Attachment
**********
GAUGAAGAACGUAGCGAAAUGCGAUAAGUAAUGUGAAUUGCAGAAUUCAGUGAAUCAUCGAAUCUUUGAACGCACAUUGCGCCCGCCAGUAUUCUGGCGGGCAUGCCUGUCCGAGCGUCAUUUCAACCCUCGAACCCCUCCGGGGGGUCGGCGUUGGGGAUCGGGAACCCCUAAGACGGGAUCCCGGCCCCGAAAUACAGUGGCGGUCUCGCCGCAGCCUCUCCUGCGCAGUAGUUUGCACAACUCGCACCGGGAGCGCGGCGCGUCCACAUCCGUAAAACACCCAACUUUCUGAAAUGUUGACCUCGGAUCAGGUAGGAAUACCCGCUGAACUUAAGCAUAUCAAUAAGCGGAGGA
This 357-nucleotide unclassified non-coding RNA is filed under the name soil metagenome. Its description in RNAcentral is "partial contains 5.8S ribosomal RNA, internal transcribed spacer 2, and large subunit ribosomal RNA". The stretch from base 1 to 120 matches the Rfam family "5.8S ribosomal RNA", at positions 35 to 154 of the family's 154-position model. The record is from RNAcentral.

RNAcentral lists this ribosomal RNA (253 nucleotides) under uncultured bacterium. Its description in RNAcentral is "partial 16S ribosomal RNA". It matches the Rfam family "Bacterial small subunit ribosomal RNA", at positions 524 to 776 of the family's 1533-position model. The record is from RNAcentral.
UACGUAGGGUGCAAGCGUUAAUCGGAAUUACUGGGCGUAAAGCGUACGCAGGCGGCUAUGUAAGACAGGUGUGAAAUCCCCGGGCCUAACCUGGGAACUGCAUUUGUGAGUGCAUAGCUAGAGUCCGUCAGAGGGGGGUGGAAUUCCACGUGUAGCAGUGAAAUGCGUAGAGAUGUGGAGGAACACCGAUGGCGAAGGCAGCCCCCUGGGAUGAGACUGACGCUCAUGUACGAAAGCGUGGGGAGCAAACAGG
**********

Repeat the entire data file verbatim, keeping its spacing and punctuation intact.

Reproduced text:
GAUGAAGAACGUAGCGAAAUGCGAUAAGUAAUGUGAAUUGCAGAAUUCAGUGAAUCAUCGAAUCUUUGAACGCACAUUGCGCCCGCCAGUAUUCUGGCGGGCAUGCCUGUCCGAGCGUCAUUUCAACCCUCGAACCCCUCCGGGGGGUCGGCGUUGGGGAUCGGGAACCCCUAAGACGGGAUCCCGGCCCCGAAAUACAGUGGCGGUCUCGCCGCAGCCUCUCCUGCGCAGUAGUUUGCACAACUCGCACCGGGAGCGCGGCGCGUCCACAUCCGUAAAACACCCAACUUUCUGAAAUGUUGACCUCGGAUCAGGUAGGAAUACCCGCUGAACUUAAGCAUAUCAAUAAGCGGAGGA
This 357-nucleotide unclassified non-coding RNA is filed under the name soil metagenome. Its description in RNAcentral is "partial contains 5.8S ribosomal RNA, internal transcribed spacer 2, and large subunit ribosomal RNA". The stretch from base 1 to 120 matches the Rfam family "5.8S ribosomal RNA", at positions 35 to 154 of the family's 154-position model. The record is from RNAcentral.

RNAcentral lists this ribosomal RNA (253 nucleotides) under uncultured bacterium. Its description in RNAcentral is "partial 16S ribosomal RNA". It matches the Rfam family "Bacterial small subunit ribosomal RNA", at positions 524 to 776 of the family's 1533-position model. The record is from RNAcentral.
UACGUAGGGUGCAAGCGUUAAUCGGAAUUACUGGGCGUAAAGCGUACGCAGGCGGCUAUGUAAGACAGGUGUGAAAUCCCCGGGCCUAACCUGGGAACUGCAUUUGUGAGUGCAUAGCUAGAGUCCGUCAGAGGGGGGUGGAAUUCCACGUGUAGCAGUGAAAUGCGUAGAGAUGUGGAGGAACACCGAUGGCGAAGGCAGCCCCCUGGGAUGAGACUGACGCUCAUGUACGAAAGCGUGGGGAGCAAACAGG